International students key to recovery catering
According to Professor Alan Bowen-James of Le Cordon Bleu, Australia, hospitality skills gaps won’t be filled until international student numbers return to pre-pandemic levels.
Increased spending is making strides in the hospitality industry’s recovery after COVID-19. Still, according to Professor Alan Bowen-James, executive dean of Le Cordon Bleu Australia, “businesses are crying out” for employees.
New figures from the Australian Bureau of Statistics (ABS) show that Australian consumer spending in food and hospitality will continue to rise monthly in 2022.
Alan says the increase in spending is welcome, but the industry is under pressure, with staff shortages and rising commodity costs.
“We are both excited and relieved that the industry is recovering and more people are getting out and enjoying life with others, especially in cafes and restaurants, but the industry is clamoring for staff,” said Alan, speaking to CityMag in Le Cordon Bleu’s Regency Park campus.
“It doesn’t matter who you talk to; they are understaffed and struggling to provide services.”
He says this shortfall is due to the absence of international students, who typically work in various roles in the hospitality industry.
A reported backlog of student visa processing in Australia in 2022 has meant that the return of international students has been a trickle since students returned in January.
“Often international students and other migrants work in the hospitality industry,” says Alan.
“These are students who might be doing anything from electrical engineering to aerospace but still have a role in the value chain because there are a lot of jobs that Australians are either not interested in or just have other opportunities.
“International students are an incredibly important part of the economy, forming an ecology of services from the low-skilled to the most highly-skilled chefs and managers.
“It could be an entry-level position, like a delivery boy, to the more advanced level of baristas, serving in restaurants and hotels.”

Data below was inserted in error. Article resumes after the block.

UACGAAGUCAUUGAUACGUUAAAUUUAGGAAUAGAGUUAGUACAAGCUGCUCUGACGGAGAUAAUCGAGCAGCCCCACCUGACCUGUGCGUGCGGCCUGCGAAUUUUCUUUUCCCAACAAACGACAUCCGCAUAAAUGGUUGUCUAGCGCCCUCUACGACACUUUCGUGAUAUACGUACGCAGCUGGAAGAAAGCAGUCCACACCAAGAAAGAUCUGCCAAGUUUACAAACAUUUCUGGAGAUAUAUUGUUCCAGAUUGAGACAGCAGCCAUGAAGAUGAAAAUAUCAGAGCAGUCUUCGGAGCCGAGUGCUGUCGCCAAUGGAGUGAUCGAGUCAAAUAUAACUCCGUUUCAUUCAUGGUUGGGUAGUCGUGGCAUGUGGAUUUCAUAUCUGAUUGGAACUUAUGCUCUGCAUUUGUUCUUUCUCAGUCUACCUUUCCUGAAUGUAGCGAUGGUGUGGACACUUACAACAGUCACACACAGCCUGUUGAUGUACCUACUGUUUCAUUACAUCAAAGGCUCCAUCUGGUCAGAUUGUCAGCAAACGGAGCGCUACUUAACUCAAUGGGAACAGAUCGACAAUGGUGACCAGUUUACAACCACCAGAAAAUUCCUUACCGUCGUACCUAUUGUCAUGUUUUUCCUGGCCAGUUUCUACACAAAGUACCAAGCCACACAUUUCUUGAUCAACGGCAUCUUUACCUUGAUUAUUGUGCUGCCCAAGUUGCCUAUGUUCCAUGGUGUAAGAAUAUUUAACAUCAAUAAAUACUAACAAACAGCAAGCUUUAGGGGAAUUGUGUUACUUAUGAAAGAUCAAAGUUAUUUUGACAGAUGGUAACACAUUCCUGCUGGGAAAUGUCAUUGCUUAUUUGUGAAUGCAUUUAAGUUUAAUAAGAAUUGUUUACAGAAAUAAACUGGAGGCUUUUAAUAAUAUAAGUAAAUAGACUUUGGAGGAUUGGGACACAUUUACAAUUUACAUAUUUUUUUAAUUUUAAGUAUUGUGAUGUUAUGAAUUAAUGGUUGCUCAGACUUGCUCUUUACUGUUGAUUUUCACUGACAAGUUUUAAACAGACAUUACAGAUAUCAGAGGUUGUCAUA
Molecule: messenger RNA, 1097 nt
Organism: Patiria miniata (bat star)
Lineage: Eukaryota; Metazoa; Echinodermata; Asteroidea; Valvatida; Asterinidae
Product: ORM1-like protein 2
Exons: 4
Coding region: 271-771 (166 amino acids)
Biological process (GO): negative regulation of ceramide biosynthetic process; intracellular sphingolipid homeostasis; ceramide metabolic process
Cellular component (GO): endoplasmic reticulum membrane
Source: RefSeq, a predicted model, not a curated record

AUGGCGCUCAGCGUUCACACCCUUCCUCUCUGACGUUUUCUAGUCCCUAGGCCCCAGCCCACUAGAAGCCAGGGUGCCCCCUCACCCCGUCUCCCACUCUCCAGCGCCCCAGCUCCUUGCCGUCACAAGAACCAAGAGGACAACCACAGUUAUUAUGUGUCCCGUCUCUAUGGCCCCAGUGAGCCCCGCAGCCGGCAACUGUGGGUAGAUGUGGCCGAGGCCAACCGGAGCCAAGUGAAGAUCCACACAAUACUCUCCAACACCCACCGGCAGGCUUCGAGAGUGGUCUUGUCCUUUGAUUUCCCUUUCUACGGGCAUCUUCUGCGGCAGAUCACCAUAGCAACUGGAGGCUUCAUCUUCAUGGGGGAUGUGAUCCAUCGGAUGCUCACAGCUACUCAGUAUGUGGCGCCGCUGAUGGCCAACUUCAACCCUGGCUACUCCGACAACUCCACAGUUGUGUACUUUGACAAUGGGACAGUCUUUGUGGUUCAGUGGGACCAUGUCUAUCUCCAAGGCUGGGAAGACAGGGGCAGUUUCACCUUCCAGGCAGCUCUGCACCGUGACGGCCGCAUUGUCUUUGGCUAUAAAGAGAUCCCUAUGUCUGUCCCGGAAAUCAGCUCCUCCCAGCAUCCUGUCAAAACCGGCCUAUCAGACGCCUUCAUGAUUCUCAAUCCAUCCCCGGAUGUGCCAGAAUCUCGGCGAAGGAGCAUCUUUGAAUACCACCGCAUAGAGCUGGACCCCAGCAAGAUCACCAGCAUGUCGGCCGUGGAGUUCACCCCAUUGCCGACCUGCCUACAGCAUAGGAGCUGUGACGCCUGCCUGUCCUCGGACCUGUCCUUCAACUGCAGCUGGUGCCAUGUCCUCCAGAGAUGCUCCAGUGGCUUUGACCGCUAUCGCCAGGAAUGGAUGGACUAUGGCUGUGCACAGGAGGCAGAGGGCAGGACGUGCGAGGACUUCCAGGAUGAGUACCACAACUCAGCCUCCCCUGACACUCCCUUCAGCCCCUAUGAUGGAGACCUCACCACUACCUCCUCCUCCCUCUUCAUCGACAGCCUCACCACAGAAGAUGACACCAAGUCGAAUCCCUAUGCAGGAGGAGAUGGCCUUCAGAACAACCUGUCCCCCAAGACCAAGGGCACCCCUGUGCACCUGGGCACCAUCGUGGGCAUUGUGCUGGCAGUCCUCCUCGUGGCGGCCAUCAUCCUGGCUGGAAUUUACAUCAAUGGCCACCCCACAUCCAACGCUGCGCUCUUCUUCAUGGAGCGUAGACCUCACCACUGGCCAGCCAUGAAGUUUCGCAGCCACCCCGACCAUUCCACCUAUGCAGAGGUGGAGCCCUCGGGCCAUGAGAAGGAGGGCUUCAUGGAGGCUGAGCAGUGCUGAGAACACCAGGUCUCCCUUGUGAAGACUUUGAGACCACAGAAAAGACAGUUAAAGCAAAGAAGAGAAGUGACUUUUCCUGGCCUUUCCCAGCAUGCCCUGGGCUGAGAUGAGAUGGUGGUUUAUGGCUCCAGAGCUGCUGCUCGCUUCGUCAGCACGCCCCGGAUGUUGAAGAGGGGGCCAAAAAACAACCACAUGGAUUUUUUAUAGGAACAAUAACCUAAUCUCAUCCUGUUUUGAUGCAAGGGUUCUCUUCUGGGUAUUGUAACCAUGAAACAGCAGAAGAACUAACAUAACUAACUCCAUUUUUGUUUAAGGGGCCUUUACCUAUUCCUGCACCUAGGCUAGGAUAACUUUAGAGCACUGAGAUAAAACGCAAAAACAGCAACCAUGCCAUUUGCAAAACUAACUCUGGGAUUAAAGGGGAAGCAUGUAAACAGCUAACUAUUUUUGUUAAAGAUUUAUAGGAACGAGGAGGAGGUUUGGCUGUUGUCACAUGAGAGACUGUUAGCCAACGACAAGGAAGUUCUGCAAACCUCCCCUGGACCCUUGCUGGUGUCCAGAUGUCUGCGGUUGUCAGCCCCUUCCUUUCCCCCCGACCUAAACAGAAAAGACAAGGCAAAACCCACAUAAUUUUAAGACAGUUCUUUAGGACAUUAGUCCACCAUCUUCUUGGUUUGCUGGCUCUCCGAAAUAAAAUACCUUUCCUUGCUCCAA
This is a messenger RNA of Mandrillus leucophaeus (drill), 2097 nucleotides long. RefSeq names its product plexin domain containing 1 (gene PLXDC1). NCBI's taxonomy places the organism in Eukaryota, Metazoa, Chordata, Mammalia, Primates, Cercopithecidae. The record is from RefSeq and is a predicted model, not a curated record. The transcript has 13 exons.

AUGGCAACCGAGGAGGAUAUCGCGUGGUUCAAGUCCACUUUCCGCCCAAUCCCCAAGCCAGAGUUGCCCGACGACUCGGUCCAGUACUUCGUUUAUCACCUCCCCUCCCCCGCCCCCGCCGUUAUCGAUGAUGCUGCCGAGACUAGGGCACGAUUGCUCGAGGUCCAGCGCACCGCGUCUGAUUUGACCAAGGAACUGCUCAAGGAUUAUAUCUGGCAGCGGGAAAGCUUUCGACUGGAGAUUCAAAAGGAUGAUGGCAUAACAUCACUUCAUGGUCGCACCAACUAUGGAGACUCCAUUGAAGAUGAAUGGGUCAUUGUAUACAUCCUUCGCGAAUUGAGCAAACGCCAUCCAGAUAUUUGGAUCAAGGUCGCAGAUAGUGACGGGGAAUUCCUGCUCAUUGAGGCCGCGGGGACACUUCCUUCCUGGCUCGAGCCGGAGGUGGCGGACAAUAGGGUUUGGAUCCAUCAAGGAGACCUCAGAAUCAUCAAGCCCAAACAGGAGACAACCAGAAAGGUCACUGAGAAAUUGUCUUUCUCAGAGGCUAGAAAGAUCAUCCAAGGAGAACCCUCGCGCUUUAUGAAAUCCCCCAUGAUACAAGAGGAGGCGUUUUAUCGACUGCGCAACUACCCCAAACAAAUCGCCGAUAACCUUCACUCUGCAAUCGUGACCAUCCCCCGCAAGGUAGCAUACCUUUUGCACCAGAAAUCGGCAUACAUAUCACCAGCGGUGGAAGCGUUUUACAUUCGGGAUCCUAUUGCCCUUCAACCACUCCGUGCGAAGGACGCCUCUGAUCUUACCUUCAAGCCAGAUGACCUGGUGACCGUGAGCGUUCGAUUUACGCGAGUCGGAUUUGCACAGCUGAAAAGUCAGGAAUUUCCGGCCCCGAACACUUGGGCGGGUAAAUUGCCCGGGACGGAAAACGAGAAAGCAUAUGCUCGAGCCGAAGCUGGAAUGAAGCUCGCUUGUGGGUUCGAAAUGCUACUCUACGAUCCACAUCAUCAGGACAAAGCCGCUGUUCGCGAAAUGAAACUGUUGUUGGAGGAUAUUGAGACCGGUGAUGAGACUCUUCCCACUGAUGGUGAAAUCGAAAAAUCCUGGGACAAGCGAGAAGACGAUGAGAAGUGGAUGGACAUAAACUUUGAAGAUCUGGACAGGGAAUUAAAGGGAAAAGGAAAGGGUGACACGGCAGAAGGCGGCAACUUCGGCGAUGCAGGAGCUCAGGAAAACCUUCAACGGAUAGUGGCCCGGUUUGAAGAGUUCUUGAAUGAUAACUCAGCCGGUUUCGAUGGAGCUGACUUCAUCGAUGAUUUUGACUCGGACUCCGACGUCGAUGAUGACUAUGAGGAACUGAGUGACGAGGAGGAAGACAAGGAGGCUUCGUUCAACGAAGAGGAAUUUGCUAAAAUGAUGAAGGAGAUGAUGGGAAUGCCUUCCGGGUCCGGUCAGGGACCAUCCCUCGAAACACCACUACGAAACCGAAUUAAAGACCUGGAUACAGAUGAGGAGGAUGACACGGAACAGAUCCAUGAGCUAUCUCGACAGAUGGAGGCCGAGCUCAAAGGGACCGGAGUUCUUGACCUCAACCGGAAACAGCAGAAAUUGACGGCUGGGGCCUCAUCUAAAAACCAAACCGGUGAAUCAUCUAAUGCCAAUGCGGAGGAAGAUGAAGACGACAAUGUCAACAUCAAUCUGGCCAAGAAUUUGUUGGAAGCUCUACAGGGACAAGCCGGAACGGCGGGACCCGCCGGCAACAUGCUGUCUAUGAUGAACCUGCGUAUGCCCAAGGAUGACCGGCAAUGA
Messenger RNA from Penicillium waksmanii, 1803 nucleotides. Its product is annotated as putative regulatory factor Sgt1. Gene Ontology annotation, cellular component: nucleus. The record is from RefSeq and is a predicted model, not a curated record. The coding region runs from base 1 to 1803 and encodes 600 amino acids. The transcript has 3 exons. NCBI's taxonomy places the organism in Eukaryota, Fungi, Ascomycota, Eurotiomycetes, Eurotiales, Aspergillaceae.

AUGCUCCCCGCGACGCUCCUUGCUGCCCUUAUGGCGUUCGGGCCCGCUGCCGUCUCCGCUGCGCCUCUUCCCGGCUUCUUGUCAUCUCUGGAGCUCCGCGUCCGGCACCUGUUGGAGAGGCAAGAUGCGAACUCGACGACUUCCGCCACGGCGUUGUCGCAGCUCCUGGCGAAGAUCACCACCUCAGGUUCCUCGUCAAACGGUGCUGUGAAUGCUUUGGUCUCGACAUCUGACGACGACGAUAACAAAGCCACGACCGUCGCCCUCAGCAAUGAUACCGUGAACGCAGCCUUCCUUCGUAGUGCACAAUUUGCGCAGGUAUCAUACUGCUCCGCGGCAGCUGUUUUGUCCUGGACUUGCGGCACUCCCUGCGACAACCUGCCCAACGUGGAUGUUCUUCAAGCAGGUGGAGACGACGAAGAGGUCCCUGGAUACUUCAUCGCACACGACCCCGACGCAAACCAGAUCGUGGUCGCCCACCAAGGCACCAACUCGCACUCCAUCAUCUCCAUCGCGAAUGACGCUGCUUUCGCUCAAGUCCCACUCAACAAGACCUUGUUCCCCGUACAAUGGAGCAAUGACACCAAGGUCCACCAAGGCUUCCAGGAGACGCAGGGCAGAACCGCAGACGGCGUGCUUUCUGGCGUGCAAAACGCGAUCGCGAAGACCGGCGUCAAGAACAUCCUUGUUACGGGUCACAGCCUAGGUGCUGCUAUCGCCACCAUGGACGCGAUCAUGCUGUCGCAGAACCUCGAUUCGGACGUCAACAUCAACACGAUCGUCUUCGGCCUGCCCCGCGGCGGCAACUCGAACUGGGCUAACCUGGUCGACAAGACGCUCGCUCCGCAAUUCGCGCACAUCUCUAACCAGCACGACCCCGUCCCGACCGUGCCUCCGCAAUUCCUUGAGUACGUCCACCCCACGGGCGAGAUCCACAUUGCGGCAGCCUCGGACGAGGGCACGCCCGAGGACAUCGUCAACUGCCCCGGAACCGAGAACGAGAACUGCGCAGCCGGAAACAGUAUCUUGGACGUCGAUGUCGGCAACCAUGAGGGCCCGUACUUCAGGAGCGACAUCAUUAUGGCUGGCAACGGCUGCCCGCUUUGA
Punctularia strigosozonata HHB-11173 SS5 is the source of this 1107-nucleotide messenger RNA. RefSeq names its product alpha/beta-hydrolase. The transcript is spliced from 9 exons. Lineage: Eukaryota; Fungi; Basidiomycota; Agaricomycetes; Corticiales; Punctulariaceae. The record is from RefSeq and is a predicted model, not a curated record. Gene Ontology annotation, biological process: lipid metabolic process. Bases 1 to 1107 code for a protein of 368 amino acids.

He says student workers help maintain a viable cost structure across the industry.
“Without them, it becomes unfeasible, and we could witness the collapse of many of these middle-class hospitality establishments. There is a big gap there, and many companies are struggling.”
To help the industry’s recovery, Alan wants the federal government to speed up student visa processing and make courses at schools like his more attractive to domestic students by lowering the tuition tax waived for international students.
International students comprised about 90 percent of Le Cordon Bleu’s student cohort pre-pandemic. The training organization saw its “fantastic” student numbers in 2019 evaporate in 2020 and 2021.
Alan says that in 2022 some students were admitted to Le Cordon Bleu courses but had to postpone because they were waiting for visas.
“The backlog in processing student visas and the tax on domestic students are huge barriers to getting things going,” he says.
“The visas are a blockage, and it stops the flow.”
The good news is that there is plenty of work for anyone looking to pursue a career in the hospitality industry. Alan is also optimistic about the future of the sector, despite inflation.
“Hospitality is booming and will continue to grow; inflation won’t stop that,” he says.
“It means that people are moving away from other, more expensive activities such as traveling, renovations, or a new car, and now spend that money on hospitality.
“The situation is not all negative, and if we were to remove some of these barriers for international students, the industry here could recover much faster and grow significantly.”